Adherence compounds in embryo transfer media for assisted reproductive technologies

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Background: This is an update of a Cochrane review first published in The Cochrane Library (2010, Issue 7). To increase the success rate of assisted reproductive technologies (ART), adherence compounds such as hyaluronic acid (HA) and fibrin sealant have been introduced into subfertility management. Adherence compounds are added to the embryo transfer medium to increase the likelihood of embryo implantation, with the potential for higher clinical pregnancy and live birth rates. Objectives: To determine whether embryo transfer media containing adherence compounds improved live birth and pregnancy rates in ART cycles. Search methods: The Menstrual Disorders and Subfertility Group Trials Register, the Cochrane Central Register of Controlled Trials (CENTRAL) and MEDLINE, EMBASE and PsycINFO electronic databases were searched (up to 13 November 2013) to look for publications that described randomised controlled trials on the addition of adherence compounds to embryo transfer media. Furthermore, reference lists of all obtained studies were checked, and conference abstracts were handsearched. Selection criteria: Only truly randomised controlled trials comparing embryo transfer media containing functional (e.g. 0.5 mg/ml HA) concentrations of adherence compounds versus transfer media containing low or no concentrations of adherence compounds were included. The adherence compounds that were identified for evaluation were HA and fibrin sealant. Data collection and analysis: Two review authors selected trials for inclusion according to the above criteria, after which two review authors independently extracted the data for subsequent analysis. Statistical analysis was performed in accordance with the guidelines developed by The Cochrane Collaboration. Main results: Seventeen studies with a total of 3898 participants were analysed. One studied fibrin sealant, and the other 16 studied HA. No evidence was found of a treatment effect of fibrin sealant as an adherence compound. For HA, evidence of a positive treatment effect was identified in the six trials that reported live birth rates (odds ratio (OR) 1.41, 95% confidence interval (CI) 1.17 to 1.69; six RCTs, N = 1950, I2 = 0%, moderate-quality evidence). Furthermore, the 14 trials reporting clinical pregnancy rates showed evidence of treatment benefit when embryos were transferred in media containing functional concentrations of HA (OR 1.39, 95% CI 1.21 to 1.60; 14 RCTs, N = 3452, I2 = 46%, moderate-quality evidence) as compared with low or no use of HA. The multiple pregnancy rate (OR 1.86, 95% CI 1.49 to 2.31; five RCTs, N = 1951, I2 = 0%, moderate-quality evidence) was significantly increased in the high HA group, but no significant differences in adverse event rates were found (OR 0.74, 95% CI 0.49 to 1.12; four RCTs, N = 1525, I2 = 0%, moderate-quality evidence). Authors' conclusions: Evidence suggests improved clinical pregnancy and live birth rates with the use of functional concentrations of HA as an adherence compound in ART cycles. However, the evidence obtained is of moderate quality. The increase in multiple pregnancy rate may be the result of use of a combination of an adherence compound and a policy of transferring more than one embryo. Further studies of adherence compounds with single embryo transfer need to be undertaken.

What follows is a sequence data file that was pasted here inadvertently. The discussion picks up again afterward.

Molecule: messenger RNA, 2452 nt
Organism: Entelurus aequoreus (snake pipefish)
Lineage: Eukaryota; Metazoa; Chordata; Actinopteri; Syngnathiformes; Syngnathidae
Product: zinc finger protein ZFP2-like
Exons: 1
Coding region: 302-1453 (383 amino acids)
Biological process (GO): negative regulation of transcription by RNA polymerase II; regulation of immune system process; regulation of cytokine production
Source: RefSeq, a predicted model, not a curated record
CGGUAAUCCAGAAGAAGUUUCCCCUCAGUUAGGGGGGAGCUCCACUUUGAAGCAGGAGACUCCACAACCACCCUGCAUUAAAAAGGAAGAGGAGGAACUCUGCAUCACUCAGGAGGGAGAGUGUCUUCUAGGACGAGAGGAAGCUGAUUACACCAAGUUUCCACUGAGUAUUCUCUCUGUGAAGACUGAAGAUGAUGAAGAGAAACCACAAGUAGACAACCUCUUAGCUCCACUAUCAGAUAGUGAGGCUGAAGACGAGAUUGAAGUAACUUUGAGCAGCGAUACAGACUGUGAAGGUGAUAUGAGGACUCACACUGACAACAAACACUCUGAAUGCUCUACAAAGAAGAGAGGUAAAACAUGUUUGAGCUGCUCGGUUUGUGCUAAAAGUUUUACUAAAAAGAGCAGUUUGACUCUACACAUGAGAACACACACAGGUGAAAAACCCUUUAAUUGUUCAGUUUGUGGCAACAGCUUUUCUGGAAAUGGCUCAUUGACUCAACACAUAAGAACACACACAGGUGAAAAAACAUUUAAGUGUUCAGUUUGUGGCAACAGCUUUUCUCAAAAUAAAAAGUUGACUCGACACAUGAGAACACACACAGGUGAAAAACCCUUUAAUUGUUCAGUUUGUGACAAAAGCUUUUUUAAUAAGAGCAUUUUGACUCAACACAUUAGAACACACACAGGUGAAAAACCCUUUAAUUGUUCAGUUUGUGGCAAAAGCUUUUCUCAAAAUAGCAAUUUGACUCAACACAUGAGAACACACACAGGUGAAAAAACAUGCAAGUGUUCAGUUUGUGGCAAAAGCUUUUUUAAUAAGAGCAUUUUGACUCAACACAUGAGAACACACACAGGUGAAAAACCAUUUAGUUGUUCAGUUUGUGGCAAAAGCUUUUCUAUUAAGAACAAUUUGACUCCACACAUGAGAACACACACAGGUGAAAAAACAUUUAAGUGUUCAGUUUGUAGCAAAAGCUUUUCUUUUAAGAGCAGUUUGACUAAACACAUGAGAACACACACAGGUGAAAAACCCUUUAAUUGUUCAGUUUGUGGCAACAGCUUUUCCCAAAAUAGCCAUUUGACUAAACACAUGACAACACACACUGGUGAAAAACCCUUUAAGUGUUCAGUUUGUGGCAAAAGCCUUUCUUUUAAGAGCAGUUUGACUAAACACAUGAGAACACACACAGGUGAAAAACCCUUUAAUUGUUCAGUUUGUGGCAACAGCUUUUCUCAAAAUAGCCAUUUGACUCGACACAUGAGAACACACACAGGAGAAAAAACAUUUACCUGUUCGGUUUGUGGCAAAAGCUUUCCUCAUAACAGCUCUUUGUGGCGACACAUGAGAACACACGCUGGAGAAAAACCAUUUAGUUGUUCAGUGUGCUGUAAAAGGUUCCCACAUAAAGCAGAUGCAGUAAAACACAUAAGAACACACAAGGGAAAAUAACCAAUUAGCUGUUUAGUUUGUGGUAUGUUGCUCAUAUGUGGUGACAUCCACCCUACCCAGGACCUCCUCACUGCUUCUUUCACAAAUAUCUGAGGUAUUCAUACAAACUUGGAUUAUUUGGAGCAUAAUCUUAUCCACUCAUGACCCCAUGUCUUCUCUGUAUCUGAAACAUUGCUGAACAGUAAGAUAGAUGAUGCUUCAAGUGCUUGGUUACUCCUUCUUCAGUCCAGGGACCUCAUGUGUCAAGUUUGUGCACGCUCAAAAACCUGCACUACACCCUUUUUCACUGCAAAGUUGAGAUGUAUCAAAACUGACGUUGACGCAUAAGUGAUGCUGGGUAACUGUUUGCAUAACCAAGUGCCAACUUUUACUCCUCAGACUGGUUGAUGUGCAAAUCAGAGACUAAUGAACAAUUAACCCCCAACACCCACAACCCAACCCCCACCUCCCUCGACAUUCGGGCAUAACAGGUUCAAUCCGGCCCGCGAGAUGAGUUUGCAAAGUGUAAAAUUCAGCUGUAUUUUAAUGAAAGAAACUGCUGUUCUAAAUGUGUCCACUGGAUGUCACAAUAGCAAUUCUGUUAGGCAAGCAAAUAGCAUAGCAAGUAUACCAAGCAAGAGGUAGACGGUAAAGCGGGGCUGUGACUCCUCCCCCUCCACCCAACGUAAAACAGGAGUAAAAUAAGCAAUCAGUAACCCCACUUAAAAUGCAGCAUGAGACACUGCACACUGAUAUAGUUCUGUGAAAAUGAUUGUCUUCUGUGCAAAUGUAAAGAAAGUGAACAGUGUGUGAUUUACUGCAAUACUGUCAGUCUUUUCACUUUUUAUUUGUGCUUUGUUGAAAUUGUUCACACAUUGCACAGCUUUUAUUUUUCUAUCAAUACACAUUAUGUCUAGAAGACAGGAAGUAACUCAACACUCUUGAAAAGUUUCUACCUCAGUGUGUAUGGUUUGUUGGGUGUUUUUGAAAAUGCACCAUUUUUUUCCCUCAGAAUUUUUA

Bontekoe, S., Heineman, M. J., Johnson, N., & Blake, D. (2014, February 25). Adherence compounds in embryo transfer media for assisted reproductive technologies. Cochrane Database of Systematic Reviews. John Wiley and Sons Ltd.

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